Doyle striving for Tokyo dream

Photo: Limerick Leader

There aren’t many 23-year olds out there that can boast a sporting resumé like Ireland Women’s Sevens rugby star Aoife Doyle.

Hailing from Clareview in Limerick, a stone’s throw from Thomond Park, but now operating out of Dublin full-time, it’s been nothing short of a whirlwind ever since picking up a Six Nations medal with the Irish Women’s 15 a-side team in 2015.

Sevens is still a relatively young sport in Ireland. The women’s national team first qualified for the World Series in 2015/16 and have developed season after season since.

This year they have made their best start to a campaign to date, and have their sights set on qualification for the 2020 Tokyo Olympic Games.

“That’s really our number one goal to qualify for the Olympics. The top four teams in the World Series automatically qualify and then after that you go to the Euros or the Olympic repechage.

“Obviously the World Series at the moment that’s what we have to build towards but if you come in the top four in the World Series, you’re going to go to the Olympics after that.”

Tokyo is a long way away yet and while the immediate goal is on the World Series, Doyle can’t help but dream about being part of Team Ireland at that opening ceremony.

“At the moment it’s basically all rugby for me. I just want to put everything in to this for the moment and hopefully to qualify for Tokyo, to go to the Olympics, that’s the peak for an athlete so that is a huge goal for me personally as well as the team.”

Nothing comes easy in this game however, especially Olympic qualification. Two of the six World Series events have been and gone with meetings in Sydney, Kitakyushu, Langford and Paris still to come but this is a team which feels they belong at this level.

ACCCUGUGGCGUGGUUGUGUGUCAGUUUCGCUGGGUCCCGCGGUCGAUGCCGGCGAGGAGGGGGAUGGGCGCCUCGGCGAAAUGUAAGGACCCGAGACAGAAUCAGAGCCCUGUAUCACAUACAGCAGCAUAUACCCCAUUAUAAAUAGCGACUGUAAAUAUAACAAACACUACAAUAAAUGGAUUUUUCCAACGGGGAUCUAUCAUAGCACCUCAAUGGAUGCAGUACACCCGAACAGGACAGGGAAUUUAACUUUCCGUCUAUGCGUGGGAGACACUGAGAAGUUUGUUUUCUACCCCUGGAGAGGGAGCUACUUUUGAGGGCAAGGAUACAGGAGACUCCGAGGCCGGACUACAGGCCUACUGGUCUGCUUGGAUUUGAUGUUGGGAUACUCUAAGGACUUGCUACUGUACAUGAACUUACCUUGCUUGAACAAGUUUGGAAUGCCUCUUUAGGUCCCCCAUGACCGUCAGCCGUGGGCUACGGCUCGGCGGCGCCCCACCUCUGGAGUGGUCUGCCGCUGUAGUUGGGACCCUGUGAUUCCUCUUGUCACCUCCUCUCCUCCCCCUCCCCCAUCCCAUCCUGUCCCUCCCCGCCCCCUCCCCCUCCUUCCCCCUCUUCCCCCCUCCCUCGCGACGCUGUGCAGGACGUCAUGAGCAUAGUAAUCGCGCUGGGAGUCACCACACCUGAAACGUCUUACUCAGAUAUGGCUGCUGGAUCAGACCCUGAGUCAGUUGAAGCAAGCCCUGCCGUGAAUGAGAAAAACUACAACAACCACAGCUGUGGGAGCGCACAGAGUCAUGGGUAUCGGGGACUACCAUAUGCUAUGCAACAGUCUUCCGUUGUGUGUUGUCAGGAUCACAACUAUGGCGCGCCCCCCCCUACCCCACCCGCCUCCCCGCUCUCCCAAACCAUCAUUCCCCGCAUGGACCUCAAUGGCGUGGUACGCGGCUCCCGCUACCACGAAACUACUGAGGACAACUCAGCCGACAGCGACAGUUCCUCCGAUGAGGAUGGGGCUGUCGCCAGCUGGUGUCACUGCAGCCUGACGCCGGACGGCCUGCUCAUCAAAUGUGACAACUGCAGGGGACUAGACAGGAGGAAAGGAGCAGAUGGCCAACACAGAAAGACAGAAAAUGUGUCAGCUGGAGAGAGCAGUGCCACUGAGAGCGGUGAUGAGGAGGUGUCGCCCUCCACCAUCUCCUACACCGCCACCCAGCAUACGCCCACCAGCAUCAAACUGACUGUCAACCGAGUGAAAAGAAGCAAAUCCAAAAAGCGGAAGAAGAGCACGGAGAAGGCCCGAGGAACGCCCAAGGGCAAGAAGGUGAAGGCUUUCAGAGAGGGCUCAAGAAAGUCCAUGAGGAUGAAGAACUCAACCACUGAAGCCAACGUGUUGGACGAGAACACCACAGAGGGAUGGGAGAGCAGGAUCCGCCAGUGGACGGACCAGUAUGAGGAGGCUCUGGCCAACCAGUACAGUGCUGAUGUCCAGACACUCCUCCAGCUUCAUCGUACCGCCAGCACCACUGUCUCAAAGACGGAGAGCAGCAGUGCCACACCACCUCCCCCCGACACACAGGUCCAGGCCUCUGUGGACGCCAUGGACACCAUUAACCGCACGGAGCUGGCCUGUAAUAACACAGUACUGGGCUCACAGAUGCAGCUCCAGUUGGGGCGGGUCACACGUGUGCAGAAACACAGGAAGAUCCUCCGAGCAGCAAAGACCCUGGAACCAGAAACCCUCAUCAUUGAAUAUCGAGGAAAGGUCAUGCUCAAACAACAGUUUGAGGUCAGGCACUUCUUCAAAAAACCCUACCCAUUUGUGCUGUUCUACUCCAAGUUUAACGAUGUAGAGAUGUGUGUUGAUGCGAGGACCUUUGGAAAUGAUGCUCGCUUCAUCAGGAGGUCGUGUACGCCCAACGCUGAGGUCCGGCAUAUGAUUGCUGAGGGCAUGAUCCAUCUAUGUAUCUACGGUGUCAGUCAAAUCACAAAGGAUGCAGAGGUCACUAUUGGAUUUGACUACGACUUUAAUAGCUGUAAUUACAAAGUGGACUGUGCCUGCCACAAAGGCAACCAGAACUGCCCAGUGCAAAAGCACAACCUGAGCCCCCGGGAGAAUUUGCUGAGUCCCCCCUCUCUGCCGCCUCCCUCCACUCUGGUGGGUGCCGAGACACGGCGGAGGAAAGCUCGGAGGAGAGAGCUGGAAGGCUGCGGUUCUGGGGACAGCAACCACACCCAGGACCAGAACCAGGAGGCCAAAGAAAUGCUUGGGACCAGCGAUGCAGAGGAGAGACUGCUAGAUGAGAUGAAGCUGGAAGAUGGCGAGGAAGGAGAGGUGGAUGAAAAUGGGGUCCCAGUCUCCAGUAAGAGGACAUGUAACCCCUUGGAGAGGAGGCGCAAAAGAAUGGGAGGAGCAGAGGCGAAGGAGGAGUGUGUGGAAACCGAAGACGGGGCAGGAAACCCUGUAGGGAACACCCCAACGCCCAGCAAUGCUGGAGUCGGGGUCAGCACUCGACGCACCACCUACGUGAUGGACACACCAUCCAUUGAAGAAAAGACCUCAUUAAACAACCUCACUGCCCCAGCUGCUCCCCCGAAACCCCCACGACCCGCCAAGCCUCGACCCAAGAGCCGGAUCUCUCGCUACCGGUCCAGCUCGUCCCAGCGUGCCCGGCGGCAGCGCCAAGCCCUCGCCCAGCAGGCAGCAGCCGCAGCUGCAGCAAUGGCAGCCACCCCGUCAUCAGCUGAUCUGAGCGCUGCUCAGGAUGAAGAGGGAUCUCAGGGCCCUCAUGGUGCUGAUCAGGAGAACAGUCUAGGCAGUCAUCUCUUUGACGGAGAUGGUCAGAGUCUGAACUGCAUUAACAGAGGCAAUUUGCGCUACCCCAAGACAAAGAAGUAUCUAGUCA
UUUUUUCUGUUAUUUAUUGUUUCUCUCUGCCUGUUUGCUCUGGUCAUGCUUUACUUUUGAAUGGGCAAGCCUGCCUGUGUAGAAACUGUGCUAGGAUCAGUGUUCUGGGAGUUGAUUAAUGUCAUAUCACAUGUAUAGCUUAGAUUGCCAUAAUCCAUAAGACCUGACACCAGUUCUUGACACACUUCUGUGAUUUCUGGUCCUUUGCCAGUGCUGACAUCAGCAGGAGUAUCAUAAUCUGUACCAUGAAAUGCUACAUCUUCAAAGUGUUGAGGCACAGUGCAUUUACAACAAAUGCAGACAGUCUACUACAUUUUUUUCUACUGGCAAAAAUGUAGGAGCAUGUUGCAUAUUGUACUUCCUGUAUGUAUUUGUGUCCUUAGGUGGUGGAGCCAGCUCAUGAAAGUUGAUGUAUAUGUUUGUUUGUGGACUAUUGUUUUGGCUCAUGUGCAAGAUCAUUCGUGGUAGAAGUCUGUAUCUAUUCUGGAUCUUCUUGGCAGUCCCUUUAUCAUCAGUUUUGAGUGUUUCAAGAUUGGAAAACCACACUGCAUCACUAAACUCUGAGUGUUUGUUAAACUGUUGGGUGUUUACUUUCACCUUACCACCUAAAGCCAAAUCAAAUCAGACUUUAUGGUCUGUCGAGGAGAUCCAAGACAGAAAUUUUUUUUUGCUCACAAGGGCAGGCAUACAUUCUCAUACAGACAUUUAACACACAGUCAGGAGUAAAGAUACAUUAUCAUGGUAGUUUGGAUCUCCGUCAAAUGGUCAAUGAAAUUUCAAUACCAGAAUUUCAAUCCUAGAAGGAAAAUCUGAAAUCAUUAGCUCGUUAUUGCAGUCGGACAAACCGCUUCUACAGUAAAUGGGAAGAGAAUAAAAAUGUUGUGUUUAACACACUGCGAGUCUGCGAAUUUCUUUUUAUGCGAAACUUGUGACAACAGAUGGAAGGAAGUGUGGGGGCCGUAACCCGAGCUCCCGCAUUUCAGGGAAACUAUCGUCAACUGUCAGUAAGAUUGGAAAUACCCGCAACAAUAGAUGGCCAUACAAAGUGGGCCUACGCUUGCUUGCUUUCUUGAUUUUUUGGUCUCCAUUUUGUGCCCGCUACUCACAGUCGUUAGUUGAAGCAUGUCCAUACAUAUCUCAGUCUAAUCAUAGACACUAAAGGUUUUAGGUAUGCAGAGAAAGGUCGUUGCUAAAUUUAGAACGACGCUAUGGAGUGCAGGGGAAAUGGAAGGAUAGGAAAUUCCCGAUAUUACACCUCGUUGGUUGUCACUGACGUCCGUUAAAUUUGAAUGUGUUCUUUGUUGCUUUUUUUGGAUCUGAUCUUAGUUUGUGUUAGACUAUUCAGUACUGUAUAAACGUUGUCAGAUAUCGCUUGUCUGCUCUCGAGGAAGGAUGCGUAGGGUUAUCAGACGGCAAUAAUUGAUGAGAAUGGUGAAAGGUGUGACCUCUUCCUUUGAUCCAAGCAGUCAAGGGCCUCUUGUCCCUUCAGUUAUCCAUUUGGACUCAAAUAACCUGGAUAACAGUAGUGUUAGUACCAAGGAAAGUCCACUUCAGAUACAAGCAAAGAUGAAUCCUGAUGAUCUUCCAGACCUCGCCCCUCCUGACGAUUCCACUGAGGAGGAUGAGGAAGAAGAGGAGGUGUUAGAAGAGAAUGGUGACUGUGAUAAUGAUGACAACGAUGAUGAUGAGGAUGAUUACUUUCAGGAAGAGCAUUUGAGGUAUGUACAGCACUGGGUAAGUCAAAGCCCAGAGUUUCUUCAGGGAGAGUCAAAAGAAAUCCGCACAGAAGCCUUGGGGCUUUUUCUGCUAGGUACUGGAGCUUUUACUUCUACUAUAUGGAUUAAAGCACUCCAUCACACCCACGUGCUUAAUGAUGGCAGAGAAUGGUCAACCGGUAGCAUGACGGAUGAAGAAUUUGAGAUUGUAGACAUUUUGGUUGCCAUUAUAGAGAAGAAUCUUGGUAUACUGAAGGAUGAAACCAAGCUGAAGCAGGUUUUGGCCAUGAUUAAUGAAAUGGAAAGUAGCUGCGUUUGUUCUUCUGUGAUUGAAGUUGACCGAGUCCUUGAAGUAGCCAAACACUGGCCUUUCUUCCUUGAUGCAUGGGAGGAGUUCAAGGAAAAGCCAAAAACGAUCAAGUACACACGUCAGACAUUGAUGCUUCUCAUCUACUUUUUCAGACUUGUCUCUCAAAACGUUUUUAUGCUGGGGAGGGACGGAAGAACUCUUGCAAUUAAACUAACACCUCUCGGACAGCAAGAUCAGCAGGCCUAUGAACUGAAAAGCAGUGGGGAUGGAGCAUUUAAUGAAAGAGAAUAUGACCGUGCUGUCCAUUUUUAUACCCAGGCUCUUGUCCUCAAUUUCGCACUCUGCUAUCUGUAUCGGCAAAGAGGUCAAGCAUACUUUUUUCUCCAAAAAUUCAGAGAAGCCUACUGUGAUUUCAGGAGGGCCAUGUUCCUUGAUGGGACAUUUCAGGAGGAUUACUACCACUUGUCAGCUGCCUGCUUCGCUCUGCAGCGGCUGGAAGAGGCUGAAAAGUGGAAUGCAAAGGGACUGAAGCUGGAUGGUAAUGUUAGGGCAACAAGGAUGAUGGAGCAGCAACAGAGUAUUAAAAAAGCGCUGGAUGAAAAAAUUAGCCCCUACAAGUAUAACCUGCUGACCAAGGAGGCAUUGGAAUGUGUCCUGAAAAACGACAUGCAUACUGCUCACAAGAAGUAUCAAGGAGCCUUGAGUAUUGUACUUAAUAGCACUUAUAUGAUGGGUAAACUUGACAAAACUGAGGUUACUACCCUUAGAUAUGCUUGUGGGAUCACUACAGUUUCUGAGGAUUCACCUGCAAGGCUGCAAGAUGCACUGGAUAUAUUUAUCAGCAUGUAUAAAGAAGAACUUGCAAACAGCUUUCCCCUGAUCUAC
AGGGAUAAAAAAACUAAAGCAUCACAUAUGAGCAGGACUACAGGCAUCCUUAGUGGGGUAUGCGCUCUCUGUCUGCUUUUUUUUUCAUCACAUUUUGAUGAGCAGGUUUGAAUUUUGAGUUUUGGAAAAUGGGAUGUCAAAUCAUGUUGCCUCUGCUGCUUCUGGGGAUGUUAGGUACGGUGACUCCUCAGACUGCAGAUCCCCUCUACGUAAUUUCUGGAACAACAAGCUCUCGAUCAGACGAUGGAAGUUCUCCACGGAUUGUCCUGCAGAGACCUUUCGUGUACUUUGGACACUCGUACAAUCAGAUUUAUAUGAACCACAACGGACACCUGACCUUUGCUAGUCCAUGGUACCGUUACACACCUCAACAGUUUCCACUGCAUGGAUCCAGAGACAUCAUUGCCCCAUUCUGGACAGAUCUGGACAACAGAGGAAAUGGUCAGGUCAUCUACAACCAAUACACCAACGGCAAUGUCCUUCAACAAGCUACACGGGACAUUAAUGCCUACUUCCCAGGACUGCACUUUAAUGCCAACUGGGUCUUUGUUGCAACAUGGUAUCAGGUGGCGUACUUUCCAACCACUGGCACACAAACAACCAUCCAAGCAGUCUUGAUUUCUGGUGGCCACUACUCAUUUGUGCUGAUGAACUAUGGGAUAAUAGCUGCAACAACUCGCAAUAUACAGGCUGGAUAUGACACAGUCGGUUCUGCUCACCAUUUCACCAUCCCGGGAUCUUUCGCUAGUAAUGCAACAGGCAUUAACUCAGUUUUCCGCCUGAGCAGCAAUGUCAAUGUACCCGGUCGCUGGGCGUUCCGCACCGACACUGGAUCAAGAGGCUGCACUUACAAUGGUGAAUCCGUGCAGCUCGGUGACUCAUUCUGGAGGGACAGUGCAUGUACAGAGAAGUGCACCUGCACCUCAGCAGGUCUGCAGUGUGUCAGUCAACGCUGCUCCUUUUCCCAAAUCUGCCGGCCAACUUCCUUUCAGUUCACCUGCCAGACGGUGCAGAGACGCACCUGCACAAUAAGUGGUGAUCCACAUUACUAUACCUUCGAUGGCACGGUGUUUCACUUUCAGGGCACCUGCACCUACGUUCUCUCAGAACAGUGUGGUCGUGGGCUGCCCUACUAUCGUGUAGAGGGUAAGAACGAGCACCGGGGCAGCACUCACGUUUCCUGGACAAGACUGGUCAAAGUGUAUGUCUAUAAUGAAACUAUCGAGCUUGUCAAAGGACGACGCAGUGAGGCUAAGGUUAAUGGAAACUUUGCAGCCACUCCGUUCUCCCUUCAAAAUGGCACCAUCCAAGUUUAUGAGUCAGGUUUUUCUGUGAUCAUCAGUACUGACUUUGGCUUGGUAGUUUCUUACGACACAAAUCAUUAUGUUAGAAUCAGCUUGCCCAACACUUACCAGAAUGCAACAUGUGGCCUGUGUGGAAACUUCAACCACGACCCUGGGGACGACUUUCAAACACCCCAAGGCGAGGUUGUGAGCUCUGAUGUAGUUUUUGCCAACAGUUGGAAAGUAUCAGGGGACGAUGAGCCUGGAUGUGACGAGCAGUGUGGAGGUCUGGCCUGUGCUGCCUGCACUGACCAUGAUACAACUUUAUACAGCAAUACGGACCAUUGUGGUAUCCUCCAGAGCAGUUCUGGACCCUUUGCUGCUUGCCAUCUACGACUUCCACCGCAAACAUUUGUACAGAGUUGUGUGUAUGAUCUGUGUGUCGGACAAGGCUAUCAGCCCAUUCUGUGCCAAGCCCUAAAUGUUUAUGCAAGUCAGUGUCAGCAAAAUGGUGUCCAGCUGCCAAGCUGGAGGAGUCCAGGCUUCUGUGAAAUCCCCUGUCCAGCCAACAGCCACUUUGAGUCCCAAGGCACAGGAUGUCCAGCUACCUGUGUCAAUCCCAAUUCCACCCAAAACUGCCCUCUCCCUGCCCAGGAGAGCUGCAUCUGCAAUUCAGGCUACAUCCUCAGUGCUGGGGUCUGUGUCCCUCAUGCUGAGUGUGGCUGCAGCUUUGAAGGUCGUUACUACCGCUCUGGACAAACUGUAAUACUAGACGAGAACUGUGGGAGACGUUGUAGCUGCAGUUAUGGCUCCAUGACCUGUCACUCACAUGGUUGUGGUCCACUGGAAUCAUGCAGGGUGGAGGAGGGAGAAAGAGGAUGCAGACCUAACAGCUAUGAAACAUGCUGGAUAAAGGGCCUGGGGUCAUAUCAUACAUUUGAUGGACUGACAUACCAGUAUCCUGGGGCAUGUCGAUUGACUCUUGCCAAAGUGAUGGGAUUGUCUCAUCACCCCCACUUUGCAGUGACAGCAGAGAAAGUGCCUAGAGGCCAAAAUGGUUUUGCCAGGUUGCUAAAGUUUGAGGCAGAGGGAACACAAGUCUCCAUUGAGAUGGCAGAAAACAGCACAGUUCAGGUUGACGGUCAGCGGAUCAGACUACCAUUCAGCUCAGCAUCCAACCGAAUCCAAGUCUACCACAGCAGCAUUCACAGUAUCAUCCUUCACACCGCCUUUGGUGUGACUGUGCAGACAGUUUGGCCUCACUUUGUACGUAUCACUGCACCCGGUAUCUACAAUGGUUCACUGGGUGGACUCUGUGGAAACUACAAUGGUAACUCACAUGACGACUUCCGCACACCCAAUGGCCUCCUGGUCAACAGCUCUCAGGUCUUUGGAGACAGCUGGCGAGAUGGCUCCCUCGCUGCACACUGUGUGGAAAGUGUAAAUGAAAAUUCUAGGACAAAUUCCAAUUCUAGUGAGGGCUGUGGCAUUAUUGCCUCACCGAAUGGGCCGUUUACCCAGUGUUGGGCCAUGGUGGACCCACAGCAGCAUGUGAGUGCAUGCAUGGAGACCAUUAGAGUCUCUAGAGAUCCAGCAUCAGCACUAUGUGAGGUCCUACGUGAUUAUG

“We’re coming off the back of a good year last year, where we started getting to quarter-finals consistently and this year we’ve gotten off to our best start so we’re hoping to consistently make the top-six this year.

“That’s really our goal. If not the top-four, we want to be in the top-six so every tournament we want to make the quarter-finals and push on from there. It’s going to be a good year this year I feel.”

Following on from her 2015 Six Nations success she made the transition over to the Sevens team on a full-time basis, parking her 15 a-side career in pursuit of a game which she hoped to make her livelihood, and oh, there was the small matter of a Leaving Cert at Laurel Hill Secondary School in the middle of it all.

“I was still in school when I started so after I got my first [sevens] cap in Atlanta, I went and did my Leaving Cert, so I was out of the scene for a couple of months and then I ended up moving back to Dublin when I finished school,” she began.

“I grew up playing camogie since I was about five and then I’ve been playing rugby since I was 11 so really from the start I’ve loved rugby. I started with 15’s and then I came through Sevens through underage so I just kind of fell in to that path.

“I only got to play 15’s for a year but we won the Six Nations that year and then because sevens became much more intense after that, it’s hard to balance the two of them so a lot of us just play sevens. I haven’t played 15’s since,” she added.

Making that initial decision to attempt to make it as a full-time athlete in such a new sport for many would have been daunting. For Doyle though, it was a chance to fulfill a lifetime ambition, one she was never going to pass up.

“I would have always, since I was a child wanted to be an athlete as my job and I never really thought it would be possible, especially with rugby because it wasn’t any way professional when I started playing it, so the minute the opportunity came to move to Dublin I took it straight away.

“It is a bit of a whirlwind. I struggled a lot with injury so I missed out on a full season in 2016 and now that I’m involved so much more and travelling so much more it really is amazing.”


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